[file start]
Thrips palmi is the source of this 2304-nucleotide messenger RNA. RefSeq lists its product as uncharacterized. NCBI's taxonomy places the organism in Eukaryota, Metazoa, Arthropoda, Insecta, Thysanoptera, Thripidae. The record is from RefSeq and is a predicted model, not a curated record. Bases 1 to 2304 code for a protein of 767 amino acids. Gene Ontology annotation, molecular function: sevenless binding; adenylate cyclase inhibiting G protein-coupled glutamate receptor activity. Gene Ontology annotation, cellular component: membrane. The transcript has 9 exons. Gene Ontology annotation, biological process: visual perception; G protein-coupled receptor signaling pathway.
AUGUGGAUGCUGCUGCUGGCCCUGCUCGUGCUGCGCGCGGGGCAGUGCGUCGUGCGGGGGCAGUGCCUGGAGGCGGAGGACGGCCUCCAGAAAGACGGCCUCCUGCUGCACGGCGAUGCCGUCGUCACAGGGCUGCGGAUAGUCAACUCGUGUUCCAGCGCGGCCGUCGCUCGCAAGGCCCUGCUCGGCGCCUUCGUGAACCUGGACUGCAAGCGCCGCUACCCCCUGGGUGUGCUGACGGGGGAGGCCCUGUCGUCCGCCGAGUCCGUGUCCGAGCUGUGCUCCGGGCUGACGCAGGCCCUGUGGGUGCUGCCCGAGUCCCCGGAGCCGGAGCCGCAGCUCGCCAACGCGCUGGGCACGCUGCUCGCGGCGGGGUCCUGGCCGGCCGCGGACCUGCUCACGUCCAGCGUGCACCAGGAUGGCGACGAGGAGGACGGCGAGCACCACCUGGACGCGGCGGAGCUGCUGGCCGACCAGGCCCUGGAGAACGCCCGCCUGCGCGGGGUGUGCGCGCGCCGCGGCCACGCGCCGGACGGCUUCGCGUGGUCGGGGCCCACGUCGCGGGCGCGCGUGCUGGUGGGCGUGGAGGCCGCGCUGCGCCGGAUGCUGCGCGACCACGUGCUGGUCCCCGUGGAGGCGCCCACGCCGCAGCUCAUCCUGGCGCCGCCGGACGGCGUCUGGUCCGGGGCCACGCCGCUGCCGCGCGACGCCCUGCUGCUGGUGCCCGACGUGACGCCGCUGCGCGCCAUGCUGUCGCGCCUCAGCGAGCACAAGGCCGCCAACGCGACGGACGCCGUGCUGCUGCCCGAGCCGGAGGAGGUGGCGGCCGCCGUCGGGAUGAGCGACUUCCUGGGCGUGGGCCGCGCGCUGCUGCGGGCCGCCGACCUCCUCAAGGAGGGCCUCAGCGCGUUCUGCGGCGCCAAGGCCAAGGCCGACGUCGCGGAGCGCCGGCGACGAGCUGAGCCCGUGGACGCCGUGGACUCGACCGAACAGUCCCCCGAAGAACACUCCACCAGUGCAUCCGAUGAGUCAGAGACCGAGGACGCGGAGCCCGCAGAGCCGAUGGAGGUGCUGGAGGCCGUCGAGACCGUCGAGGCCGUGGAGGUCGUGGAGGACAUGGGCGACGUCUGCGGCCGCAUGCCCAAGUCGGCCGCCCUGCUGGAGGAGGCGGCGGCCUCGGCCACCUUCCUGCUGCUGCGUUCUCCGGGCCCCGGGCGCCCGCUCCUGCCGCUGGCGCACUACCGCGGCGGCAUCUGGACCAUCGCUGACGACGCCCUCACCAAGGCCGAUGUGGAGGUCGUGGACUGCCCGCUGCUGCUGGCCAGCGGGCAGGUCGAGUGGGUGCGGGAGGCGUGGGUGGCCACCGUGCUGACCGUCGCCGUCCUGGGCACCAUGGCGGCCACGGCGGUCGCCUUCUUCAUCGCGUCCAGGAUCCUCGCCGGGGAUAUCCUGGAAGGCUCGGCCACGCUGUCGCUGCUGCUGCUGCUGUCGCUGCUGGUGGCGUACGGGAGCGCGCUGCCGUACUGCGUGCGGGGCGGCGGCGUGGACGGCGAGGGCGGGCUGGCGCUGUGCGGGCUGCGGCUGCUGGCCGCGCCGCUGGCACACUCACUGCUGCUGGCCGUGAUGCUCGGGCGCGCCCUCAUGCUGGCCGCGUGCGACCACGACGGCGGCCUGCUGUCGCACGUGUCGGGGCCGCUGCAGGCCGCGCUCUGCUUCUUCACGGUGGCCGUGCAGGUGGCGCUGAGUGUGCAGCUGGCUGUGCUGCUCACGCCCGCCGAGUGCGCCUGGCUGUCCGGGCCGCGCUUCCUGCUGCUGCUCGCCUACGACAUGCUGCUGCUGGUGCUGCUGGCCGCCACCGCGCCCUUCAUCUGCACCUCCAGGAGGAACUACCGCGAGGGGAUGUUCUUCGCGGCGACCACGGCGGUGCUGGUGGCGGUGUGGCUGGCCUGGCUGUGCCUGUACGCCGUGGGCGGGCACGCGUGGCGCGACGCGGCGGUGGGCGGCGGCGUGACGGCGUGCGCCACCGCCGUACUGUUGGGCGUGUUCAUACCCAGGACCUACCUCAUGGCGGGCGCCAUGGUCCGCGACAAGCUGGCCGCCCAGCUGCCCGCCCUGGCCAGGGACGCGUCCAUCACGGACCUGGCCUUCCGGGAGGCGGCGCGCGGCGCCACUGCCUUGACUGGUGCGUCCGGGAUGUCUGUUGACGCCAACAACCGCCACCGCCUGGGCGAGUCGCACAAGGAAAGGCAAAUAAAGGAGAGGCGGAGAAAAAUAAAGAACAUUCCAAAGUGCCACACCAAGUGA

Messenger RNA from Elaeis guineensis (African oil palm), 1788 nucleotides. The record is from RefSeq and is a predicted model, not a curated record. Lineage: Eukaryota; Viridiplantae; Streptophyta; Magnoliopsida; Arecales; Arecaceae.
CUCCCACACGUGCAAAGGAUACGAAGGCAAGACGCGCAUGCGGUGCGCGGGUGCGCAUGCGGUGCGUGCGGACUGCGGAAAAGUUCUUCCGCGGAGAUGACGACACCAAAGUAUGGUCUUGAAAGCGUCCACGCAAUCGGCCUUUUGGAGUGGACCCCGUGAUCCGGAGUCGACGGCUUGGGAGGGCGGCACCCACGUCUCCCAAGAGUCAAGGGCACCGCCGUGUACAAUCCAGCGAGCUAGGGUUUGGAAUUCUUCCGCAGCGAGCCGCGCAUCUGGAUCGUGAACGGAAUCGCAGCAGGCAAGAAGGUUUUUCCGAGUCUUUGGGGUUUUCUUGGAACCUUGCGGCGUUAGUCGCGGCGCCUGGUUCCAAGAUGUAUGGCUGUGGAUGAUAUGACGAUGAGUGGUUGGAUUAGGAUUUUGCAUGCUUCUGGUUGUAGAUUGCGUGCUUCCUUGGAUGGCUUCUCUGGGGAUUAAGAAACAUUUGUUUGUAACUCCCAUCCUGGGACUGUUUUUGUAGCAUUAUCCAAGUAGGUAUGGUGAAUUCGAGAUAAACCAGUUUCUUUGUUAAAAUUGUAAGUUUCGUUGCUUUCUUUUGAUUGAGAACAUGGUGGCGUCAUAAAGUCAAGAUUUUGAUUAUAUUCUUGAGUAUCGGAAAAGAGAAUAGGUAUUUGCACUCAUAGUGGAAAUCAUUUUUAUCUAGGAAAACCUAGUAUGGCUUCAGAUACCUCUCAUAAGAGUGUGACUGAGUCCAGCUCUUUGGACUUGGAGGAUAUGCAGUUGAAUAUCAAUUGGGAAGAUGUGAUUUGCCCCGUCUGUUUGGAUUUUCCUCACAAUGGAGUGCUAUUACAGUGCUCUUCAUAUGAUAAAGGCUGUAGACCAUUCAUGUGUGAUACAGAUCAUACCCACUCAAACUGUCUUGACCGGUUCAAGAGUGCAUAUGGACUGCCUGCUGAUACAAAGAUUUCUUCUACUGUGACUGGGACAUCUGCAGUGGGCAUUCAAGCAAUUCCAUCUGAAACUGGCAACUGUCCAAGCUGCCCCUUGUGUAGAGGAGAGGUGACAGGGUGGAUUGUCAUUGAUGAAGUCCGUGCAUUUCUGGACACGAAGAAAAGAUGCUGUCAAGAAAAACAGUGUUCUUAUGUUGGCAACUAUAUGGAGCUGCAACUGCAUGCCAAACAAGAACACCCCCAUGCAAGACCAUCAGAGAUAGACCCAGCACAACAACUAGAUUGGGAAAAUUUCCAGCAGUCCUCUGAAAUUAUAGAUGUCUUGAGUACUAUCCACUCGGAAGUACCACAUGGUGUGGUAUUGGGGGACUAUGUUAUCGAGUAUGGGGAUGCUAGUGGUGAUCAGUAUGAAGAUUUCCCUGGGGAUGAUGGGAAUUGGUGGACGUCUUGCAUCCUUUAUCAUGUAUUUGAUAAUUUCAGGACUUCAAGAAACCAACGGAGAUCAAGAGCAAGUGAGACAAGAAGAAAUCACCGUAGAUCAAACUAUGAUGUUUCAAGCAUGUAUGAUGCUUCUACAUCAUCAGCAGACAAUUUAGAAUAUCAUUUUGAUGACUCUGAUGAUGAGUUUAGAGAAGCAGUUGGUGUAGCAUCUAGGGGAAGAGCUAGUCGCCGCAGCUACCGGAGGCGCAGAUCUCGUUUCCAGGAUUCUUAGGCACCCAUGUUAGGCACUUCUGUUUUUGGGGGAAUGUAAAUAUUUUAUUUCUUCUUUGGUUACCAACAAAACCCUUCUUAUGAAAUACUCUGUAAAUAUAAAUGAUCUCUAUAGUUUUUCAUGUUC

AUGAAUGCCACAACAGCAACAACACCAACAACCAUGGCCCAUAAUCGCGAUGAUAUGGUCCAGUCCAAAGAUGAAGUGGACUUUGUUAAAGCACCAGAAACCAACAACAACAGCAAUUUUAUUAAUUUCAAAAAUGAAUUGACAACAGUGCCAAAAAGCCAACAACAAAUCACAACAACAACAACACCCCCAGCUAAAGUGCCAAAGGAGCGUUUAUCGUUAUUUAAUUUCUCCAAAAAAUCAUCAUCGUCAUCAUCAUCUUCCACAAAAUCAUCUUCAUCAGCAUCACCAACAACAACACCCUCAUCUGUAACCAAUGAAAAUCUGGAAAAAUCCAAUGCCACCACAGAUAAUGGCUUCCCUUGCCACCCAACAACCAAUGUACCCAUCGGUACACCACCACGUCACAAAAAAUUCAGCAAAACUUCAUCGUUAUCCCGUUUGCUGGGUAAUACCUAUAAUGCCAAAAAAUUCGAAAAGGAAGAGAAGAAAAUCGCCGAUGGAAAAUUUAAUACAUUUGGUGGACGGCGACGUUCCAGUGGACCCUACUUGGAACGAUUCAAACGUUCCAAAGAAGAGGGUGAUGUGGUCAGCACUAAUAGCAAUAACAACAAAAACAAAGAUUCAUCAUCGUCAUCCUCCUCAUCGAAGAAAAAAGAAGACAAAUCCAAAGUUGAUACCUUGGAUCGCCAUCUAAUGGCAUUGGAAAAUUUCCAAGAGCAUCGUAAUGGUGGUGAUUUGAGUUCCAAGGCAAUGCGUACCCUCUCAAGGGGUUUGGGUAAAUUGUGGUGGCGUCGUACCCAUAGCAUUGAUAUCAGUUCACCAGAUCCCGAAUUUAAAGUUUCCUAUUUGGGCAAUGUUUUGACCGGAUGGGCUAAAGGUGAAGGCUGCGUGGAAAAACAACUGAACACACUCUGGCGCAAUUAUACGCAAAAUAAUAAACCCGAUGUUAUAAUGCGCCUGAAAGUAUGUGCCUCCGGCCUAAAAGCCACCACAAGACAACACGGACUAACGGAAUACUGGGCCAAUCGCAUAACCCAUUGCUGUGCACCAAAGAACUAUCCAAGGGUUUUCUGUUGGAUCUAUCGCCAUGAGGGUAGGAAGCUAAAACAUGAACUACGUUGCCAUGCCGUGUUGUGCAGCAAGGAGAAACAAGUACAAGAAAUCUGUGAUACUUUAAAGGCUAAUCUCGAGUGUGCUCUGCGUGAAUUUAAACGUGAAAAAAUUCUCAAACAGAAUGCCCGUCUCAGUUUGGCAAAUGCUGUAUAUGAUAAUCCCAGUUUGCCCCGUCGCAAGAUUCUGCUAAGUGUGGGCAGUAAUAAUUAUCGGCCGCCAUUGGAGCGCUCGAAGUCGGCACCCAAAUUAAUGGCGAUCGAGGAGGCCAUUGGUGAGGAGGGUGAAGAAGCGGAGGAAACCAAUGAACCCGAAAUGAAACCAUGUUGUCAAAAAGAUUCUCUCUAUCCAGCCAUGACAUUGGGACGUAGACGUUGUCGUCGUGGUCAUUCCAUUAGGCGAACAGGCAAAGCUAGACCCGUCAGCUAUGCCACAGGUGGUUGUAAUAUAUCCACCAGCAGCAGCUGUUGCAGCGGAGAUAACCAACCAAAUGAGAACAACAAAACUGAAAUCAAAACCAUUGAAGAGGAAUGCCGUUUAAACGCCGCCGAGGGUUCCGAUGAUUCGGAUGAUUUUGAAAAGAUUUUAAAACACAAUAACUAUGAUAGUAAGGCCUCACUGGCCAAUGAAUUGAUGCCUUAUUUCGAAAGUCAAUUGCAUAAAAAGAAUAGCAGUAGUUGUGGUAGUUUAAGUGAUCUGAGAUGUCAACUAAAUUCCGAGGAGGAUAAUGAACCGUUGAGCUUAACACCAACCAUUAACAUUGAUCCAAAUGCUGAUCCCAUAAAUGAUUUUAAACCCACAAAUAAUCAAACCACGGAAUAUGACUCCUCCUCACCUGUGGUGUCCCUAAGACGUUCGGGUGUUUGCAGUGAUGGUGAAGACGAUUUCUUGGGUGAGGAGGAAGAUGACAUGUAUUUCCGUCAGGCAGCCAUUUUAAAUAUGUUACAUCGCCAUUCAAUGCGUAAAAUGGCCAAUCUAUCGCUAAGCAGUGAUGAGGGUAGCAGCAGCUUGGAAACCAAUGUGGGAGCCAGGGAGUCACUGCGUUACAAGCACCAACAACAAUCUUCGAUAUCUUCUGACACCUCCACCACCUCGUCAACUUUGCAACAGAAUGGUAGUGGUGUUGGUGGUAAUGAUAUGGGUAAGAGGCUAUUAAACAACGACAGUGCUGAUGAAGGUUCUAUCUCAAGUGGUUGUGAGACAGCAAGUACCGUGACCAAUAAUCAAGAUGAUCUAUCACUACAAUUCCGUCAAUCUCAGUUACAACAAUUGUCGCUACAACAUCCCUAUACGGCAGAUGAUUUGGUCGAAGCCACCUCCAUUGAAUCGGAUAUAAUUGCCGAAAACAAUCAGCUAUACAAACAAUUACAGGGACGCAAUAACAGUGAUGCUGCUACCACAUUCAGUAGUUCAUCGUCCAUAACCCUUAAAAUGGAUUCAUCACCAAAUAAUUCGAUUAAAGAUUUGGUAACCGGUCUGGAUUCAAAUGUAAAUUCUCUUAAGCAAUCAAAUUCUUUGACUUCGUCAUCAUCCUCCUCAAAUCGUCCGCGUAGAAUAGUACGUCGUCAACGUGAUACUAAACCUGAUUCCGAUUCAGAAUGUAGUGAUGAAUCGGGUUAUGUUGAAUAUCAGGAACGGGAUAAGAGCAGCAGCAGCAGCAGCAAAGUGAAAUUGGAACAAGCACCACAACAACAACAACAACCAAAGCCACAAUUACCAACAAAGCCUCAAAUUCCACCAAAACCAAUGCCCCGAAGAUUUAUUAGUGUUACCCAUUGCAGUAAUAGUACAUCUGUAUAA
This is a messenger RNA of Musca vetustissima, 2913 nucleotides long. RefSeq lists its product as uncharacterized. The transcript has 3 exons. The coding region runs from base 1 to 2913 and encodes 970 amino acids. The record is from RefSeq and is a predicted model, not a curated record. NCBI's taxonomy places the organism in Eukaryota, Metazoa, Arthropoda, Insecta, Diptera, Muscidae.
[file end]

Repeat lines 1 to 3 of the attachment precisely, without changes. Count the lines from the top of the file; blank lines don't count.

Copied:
Thrips palmi is the source of this 2304-nucleotide messenger RNA. RefSeq lists its product as uncharacterized. NCBI's taxonomy places the organism in Eukaryota, Metazoa, Arthropoda, Insecta, Thysanoptera, Thripidae. The record is from RefSeq and is a predicted model, not a curated record. Bases 1 to 2304 code for a protein of 767 amino acids. Gene Ontology annotation, molecular function: sevenless binding; adenylate cyclase inhibiting G protein-coupled glutamate receptor activity. Gene Ontology annotation, cellular component: membrane. The transcript has 9 exons. Gene Ontology annotation, biological process: visual perception; G protein-coupled receptor signaling pathway.
AUGUGGAUGCUGCUGCUGGCCCUGCUCGUGCUGCGCGCGGGGCAGUGCGUCGUGCGGGGGCAGUGCCUGGAGGCGGAGGACGGCCUCCAGAAAGACGGCCUCCUGCUGCACGGCGAUGCCGUCGUCACAGGGCUGCGGAUAGUCAACUCGUGUUCCAGCGCGGCCGUCGCUCGCAAGGCCCUGCUCGGCGCCUUCGUGAACCUGGACUGCAAGCGCCGCUACCCCCUGGGUGUGCUGACGGGGGAGGCCCUGUCGUCCGCCGAGUCCGUGUCCGAGCUGUGCUCCGGGCUGACGCAGGCCCUGUGGGUGCUGCCCGAGUCCCCGGAGCCGGAGCCGCAGCUCGCCAACGCGCUGGGCACGCUGCUCGCGGCGGGGUCCUGGCCGGCCGCGGACCUGCUCACGUCCAGCGUGCACCAGGAUGGCGACGAGGAGGACGGCGAGCACCACCUGGACGCGGCGGAGCUGCUGGCCGACCAGGCCCUGGAGAACGCCCGCCUGCGCGGGGUGUGCGCGCGCCGCGGCCACGCGCCGGACGGCUUCGCGUGGUCGGGGCCCACGUCGCGGGCGCGCGUGCUGGUGGGCGUGGAGGCCGCGCUGCGCCGGAUGCUGCGCGACCACGUGCUGGUCCCCGUGGAGGCGCCCACGCCGCAGCUCAUCCUGGCGCCGCCGGACGGCGUCUGGUCCGGGGCCACGCCGCUGCCGCGCGACGCCCUGCUGCUGGUGCCCGACGUGACGCCGCUGCGCGCCAUGCUGUCGCGCCUCAGCGAGCACAAGGCCGCCAACGCGACGGACGCCGUGCUGCUGCCCGAGCCGGAGGAGGUGGCGGCCGCCGUCGGGAUGAGCGACUUCCUGGGCGUGGGCCGCGCGCUGCUGCGGGCCGCCGACCUCCUCAAGGAGGGCCUCAGCGCGUUCUGCGGCGCCAAGGCCAAGGCCGACGUCGCGGAGCGCCGGCGACGAGCUGAGCCCGUGGACGCCGUGGACUCGACCGAACAGUCCCCCGAAGAACACUCCACCAGUGCAUCCGAUGAGUCAGAGACCGAGGACGCGGAGCCCGCAGAGCCGAUGGAGGUGCUGGAGGCCGUCGAGACCGUCGAGGCCGUGGAGGUCGUGGAGGACAUGGGCGACGUCUGCGGCCGCAUGCCCAAGUCGGCCGCCCUGCUGGAGGAGGCGGCGGCCUCGGCCACCUUCCUGCUGCUGCGUUCUCCGGGCCCCGGGCGCCCGCUCCUGCCGCUGGCGCACUACCGCGGCGGCAUCUGGACCAUCGCUGACGACGCCCUCACCAAGGCCGAUGUGGAGGUCGUGGACUGCCCGCUGCUGCUGGCCAGCGGGCAGGUCGAGUGGGUGCGGGAGGCGUGGGUGGCCACCGUGCUGACCGUCGCCGUCCUGGGCACCAUGGCGGCCACGGCGGUCGCCUUCUUCAUCGCGUCCAGGAUCCUCGCCGGGGAUAUCCUGGAAGGCUCGGCCACGCUGUCGCUGCUGCUGCUGCUGUCGCUGCUGGUGGCGUACGGGAGCGCGCUGCCGUACUGCGUGCGGGGCGGCGGCGUGGACGGCGAGGGCGGGCUGGCGCUGUGCGGGCUGCGGCUGCUGGCCGCGCCGCUGGCACACUCACUGCUGCUGGCCGUGAUGCUCGGGCGCGCCCUCAUGCUGGCCGCGUGCGACCACGACGGCGGCCUGCUGUCGCACGUGUCGGGGCCGCUGCAGGCCGCGCUCUGCUUCUUCACGGUGGCCGUGCAGGUGGCGCUGAGUGUGCAGCUGGCUGUGCUGCUCACGCCCGCCGAGUGCGCCUGGCUGUCCGGGCCGCGCUUCCUGCUGCUGCUCGCCUACGACAUGCUGCUGCUGGUGCUGCUGGCCGCCACCGCGCCCUUCAUCUGCACCUCCAGGAGGAACUACCGCGAGGGGAUGUUCUUCGCGGCGACCACGGCGGUGCUGGUGGCGGUGUGGCUGGCCUGGCUGUGCCUGUACGCCGUGGGCGGGCACGCGUGGCGCGACGCGGCGGUGGGCGGCGGCGUGACGGCGUGCGCCACCGCCGUACUGUUGGGCGUGUUCAUACCCAGGACCUACCUCAUGGCGGGCGCCAUGGUCCGCGACAAGCUGGCCGCCCAGCUGCCCGCCCUGGCCAGGGACGCGUCCAUCACGGACCUGGCCUUCCGGGAGGCGGCGCGCGGCGCCACUGCCUUGACUGGUGCGUCCGGGAUGUCUGUUGACGCCAACAACCGCCACCGCCUGGGCGAGUCGCACAAGGAAAGGCAAAUAAAGGAGAGGCGGAGAAAAAUAAAGAACAUUCCAAAGUGCCACACCAAGUGA

Messenger RNA from Elaeis guineensis (African oil palm), 1788 nucleotides. The record is from RefSeq and is a predicted model, not a curated record. Lineage: Eukaryota; Viridiplantae; Streptophyta; Magnoliopsida; Arecales; Arecaceae.